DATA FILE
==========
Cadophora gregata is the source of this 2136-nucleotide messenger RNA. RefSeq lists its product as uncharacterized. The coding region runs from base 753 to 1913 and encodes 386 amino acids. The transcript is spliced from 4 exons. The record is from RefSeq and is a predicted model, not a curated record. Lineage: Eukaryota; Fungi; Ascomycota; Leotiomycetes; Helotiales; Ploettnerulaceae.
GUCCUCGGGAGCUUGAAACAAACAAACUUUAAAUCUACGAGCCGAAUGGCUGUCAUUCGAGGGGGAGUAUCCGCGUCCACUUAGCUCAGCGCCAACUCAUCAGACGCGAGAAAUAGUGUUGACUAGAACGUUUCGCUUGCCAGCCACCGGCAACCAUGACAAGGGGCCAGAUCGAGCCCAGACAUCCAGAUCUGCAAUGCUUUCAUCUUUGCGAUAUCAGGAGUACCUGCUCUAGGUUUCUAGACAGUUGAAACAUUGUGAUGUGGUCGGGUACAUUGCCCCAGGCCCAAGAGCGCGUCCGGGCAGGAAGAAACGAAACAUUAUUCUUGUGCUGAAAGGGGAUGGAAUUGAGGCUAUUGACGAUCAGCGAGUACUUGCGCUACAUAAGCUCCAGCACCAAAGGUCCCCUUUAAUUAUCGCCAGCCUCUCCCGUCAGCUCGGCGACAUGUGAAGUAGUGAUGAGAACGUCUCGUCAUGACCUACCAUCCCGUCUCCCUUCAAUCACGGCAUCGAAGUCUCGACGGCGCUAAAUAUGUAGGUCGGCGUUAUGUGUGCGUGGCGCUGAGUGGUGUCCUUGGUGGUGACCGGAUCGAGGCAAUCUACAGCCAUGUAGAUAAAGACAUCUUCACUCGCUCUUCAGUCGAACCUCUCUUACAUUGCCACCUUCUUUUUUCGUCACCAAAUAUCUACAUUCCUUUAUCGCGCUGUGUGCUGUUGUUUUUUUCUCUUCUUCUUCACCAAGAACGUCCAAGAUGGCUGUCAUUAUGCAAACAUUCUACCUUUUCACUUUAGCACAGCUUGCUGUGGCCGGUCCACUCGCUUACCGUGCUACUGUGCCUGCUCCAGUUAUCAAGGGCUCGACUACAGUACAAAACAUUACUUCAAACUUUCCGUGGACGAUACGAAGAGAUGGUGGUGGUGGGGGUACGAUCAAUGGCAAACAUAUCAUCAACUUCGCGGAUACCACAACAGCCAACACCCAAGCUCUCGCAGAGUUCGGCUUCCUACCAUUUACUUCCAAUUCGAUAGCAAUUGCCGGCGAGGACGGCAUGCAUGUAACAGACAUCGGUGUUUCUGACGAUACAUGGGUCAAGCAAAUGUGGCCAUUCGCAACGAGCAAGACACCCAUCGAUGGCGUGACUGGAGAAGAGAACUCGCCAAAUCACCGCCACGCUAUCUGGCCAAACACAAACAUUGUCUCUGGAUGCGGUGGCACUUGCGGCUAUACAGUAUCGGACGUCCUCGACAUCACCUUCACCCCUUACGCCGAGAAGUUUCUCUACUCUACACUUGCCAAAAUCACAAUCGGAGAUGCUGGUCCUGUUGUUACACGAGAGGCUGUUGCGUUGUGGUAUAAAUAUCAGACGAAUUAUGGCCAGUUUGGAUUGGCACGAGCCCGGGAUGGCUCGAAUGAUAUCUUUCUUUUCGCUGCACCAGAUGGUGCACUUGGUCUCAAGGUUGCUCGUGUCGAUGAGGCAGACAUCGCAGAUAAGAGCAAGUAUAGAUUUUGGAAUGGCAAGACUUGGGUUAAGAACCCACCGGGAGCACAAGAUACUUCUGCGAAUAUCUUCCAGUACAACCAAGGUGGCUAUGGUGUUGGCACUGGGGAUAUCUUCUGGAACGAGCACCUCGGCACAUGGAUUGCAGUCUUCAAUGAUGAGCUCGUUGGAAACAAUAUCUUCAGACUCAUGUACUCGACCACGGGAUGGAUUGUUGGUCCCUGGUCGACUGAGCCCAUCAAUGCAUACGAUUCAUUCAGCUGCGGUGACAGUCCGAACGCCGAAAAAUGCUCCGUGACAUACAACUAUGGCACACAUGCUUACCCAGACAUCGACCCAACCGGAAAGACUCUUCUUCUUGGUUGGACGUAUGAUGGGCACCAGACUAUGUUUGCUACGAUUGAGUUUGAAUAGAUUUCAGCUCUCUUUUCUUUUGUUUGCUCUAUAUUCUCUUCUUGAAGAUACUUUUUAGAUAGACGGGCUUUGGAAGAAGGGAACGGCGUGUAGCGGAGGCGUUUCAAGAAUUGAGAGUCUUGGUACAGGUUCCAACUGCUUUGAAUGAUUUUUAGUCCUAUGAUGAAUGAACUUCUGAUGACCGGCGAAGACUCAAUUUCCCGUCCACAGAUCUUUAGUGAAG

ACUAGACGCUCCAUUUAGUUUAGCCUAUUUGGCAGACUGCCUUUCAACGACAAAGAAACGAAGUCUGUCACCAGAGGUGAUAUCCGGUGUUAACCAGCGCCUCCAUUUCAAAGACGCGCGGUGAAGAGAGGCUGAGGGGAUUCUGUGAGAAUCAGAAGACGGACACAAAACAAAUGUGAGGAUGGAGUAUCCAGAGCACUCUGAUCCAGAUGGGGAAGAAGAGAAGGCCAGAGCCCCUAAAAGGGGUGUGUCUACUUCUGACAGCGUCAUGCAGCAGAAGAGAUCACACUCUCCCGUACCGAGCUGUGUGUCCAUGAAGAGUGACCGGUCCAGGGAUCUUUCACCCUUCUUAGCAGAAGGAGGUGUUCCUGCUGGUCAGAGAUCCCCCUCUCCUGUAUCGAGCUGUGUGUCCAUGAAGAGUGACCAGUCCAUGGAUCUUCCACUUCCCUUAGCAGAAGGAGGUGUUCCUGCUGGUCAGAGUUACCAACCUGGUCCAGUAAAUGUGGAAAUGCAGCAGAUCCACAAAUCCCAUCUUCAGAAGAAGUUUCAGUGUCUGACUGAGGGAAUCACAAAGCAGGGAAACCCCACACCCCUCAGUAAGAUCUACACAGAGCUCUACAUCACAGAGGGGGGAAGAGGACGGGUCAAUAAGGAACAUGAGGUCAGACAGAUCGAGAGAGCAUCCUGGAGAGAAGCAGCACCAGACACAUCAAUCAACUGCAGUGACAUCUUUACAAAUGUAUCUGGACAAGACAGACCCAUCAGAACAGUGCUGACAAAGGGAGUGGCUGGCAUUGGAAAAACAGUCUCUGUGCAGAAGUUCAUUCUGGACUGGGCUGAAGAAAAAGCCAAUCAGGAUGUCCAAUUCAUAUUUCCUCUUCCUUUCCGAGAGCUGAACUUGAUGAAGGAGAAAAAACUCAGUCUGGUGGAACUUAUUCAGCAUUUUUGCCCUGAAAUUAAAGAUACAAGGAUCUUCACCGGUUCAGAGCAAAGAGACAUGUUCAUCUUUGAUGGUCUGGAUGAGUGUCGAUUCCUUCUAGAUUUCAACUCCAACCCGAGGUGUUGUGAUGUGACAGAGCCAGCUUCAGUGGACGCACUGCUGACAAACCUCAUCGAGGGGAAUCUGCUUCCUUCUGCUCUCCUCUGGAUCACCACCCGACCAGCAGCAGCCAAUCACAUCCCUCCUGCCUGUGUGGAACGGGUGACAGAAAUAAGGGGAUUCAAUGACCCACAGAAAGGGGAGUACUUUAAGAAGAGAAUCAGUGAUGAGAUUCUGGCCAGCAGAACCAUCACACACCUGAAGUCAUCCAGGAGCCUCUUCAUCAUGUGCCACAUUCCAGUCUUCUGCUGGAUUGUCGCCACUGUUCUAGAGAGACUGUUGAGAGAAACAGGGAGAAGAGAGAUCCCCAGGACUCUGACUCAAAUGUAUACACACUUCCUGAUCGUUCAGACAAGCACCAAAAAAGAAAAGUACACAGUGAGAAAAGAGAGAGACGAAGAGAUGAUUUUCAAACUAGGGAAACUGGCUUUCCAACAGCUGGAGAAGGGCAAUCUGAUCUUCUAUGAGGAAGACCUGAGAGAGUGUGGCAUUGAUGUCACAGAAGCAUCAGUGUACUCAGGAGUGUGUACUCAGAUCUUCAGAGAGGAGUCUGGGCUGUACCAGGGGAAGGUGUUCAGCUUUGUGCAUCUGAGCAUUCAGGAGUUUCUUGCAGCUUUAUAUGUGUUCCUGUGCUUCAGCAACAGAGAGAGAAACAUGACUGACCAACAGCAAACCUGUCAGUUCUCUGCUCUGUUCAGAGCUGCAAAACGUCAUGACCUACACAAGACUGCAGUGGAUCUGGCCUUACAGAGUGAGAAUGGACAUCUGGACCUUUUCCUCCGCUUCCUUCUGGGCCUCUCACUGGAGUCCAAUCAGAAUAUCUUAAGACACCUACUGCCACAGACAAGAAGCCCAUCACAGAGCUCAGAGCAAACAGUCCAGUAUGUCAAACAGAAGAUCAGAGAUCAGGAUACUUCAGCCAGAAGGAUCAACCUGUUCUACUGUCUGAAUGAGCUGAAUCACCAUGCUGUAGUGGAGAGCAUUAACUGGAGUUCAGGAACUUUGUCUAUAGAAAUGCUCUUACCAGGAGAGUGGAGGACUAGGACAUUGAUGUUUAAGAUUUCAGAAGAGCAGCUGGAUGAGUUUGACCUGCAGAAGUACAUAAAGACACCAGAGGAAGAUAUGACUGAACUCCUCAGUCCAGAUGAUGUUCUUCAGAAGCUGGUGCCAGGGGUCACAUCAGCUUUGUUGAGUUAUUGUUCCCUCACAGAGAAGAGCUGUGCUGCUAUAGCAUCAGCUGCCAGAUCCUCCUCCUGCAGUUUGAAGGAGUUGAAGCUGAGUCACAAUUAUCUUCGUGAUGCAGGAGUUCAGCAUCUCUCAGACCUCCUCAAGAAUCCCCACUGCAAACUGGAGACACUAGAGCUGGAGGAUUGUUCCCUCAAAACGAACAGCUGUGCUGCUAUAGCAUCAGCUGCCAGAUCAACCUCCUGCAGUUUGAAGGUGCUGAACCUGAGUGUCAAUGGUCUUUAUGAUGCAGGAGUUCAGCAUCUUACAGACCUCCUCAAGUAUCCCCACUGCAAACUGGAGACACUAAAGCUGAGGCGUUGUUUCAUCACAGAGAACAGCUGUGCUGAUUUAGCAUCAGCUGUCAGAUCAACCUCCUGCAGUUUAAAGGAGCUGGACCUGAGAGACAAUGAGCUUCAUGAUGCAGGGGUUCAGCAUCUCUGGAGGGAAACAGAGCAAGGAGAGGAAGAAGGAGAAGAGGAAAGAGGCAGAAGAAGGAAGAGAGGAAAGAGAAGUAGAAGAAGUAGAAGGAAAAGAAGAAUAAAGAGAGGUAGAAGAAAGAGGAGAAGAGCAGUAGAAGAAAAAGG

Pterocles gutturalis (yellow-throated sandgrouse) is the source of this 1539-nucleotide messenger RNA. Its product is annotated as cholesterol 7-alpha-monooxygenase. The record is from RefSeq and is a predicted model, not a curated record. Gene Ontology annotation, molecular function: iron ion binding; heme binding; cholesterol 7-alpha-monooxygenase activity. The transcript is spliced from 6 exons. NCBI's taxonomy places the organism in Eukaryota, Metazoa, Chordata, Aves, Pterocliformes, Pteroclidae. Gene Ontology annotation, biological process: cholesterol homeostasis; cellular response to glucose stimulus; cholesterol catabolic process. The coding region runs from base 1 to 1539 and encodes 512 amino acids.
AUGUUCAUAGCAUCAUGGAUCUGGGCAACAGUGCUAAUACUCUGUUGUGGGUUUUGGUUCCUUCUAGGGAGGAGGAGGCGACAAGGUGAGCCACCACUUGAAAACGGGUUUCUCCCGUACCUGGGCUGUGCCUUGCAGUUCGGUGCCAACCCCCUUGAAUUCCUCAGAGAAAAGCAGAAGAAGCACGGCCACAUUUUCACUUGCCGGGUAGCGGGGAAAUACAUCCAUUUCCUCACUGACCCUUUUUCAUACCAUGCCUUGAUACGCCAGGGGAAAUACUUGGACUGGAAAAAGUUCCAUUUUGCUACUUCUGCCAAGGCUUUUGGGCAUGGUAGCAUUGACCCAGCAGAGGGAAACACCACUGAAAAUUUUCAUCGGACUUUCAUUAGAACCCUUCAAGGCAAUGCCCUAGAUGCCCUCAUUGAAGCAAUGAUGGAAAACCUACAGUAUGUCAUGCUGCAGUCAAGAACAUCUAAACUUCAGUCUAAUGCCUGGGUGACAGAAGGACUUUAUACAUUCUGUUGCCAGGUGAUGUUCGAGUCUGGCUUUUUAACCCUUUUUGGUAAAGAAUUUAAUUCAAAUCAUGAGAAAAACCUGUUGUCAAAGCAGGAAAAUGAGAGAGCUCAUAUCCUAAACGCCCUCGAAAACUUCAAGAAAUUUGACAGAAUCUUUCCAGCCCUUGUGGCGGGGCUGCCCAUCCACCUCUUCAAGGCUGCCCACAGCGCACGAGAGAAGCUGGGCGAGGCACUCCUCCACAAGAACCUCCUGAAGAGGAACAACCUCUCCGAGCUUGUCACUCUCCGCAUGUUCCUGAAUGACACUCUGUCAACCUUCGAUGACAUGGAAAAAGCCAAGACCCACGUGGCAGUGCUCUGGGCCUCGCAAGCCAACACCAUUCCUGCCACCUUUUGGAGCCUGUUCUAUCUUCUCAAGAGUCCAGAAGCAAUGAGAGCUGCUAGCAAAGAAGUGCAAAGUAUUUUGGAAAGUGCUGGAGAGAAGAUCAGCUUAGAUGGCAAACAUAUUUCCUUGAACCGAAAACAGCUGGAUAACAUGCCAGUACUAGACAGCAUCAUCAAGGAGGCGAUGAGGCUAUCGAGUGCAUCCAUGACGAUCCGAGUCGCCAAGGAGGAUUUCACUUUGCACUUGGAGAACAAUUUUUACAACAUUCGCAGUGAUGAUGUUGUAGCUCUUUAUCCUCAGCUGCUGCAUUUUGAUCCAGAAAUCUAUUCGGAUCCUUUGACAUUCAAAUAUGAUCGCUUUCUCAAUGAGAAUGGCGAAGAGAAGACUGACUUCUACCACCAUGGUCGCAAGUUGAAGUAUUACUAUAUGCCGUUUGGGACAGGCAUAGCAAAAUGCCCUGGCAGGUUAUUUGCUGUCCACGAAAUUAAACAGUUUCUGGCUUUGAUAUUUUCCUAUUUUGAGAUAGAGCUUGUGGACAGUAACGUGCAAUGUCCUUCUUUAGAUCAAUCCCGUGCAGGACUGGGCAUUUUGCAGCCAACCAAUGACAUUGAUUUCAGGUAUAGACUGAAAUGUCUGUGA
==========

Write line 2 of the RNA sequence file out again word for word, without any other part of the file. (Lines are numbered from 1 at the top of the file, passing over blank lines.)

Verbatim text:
GUCCUCGGGAGCUUGAAACAAACAAACUUUAAAUCUACGAGCCGAAUGGCUGUCAUUCGAGGGGGAGUAUCCGCGUCCACUUAGCUCAGCGCCAACUCAUCAGACGCGAGAAAUAGUGUUGACUAGAACGUUUCGCUUGCCAGCCACCGGCAACCAUGACAAGGGGCCAGAUCGAGCCCAGACAUCCAGAUCUGCAAUGCUUUCAUCUUUGCGAUAUCAGGAGUACCUGCUCUAGGUUUCUAGACAGUUGAAACAUUGUGAUGUGGUCGGGUACAUUGCCCCAGGCCCAAGAGCGCGUCCGGGCAGGAAGAAACGAAACAUUAUUCUUGUGCUGAAAGGGGAUGGAAUUGAGGCUAUUGACGAUCAGCGAGUACUUGCGCUACAUAAGCUCCAGCACCAAAGGUCCCCUUUAAUUAUCGCCAGCCUCUCCCGUCAGCUCGGCGACAUGUGAAGUAGUGAUGAGAACGUCUCGUCAUGACCUACCAUCCCGUCUCCCUUCAAUCACGGCAUCGAAGUCUCGACGGCGCUAAAUAUGUAGGUCGGCGUUAUGUGUGCGUGGCGCUGAGUGGUGUCCUUGGUGGUGACCGGAUCGAGGCAAUCUACAGCCAUGUAGAUAAAGACAUCUUCACUCGCUCUUCAGUCGAACCUCUCUUACAUUGCCACCUUCUUUUUUCGUCACCAAAUAUCUACAUUCCUUUAUCGCGCUGUGUGCUGUUGUUUUUUUCUCUUCUUCUUCACCAAGAACGUCCAAGAUGGCUGUCAUUAUGCAAACAUUCUACCUUUUCACUUUAGCACAGCUUGCUGUGGCCGGUCCACUCGCUUACCGUGCUACUGUGCCUGCUCCAGUUAUCAAGGGCUCGACUACAGUACAAAACAUUACUUCAAACUUUCCGUGGACGAUACGAAGAGAUGGUGGUGGUGGGGGUACGAUCAAUGGCAAACAUAUCAUCAACUUCGCGGAUACCACAACAGCCAACACCCAAGCUCUCGCAGAGUUCGGCUUCCUACCAUUUACUUCCAAUUCGAUAGCAAUUGCCGGCGAGGACGGCAUGCAUGUAACAGACAUCGGUGUUUCUGACGAUACAUGGGUCAAGCAAAUGUGGCCAUUCGCAACGAGCAAGACACCCAUCGAUGGCGUGACUGGAGAAGAGAACUCGCCAAAUCACCGCCACGCUAUCUGGCCAAACACAAACAUUGUCUCUGGAUGCGGUGGCACUUGCGGCUAUACAGUAUCGGACGUCCUCGACAUCACCUUCACCCCUUACGCCGAGAAGUUUCUCUACUCUACACUUGCCAAAAUCACAAUCGGAGAUGCUGGUCCUGUUGUUACACGAGAGGCUGUUGCGUUGUGGUAUAAAUAUCAGACGAAUUAUGGCCAGUUUGGAUUGGCACGAGCCCGGGAUGGCUCGAAUGAUAUCUUUCUUUUCGCUGCACCAGAUGGUGCACUUGGUCUCAAGGUUGCUCGUGUCGAUGAGGCAGACAUCGCAGAUAAGAGCAAGUAUAGAUUUUGGAAUGGCAAGACUUGGGUUAAGAACCCACCGGGAGCACAAGAUACUUCUGCGAAUAUCUUCCAGUACAACCAAGGUGGCUAUGGUGUUGGCACUGGGGAUAUCUUCUGGAACGAGCACCUCGGCACAUGGAUUGCAGUCUUCAAUGAUGAGCUCGUUGGAAACAAUAUCUUCAGACUCAUGUACUCGACCACGGGAUGGAUUGUUGGUCCCUGGUCGACUGAGCCCAUCAAUGCAUACGAUUCAUUCAGCUGCGGUGACAGUCCGAACGCCGAAAAAUGCUCCGUGACAUACAACUAUGGCACACAUGCUUACCCAGACAUCGACCCAACCGGAAAGACUCUUCUUCUUGGUUGGACGUAUGAUGGGCACCAGACUAUGUUUGCUACGAUUGAGUUUGAAUAGAUUUCAGCUCUCUUUUCUUUUGUUUGCUCUAUAUUCUCUUCUUGAAGAUACUUUUUAGAUAGACGGGCUUUGGAAGAAGGGAACGGCGUGUAGCGGAGGCGUUUCAAGAAUUGAGAGUCUUGGUACAGGUUCCAACUGCUUUGAAUGAUUUUUAGUCCUAUGAUGAAUGAACUUCUGAUGACCGGCGAAGACUCAAUUUCCCGUCCACAGAUCUUUAGUGAAG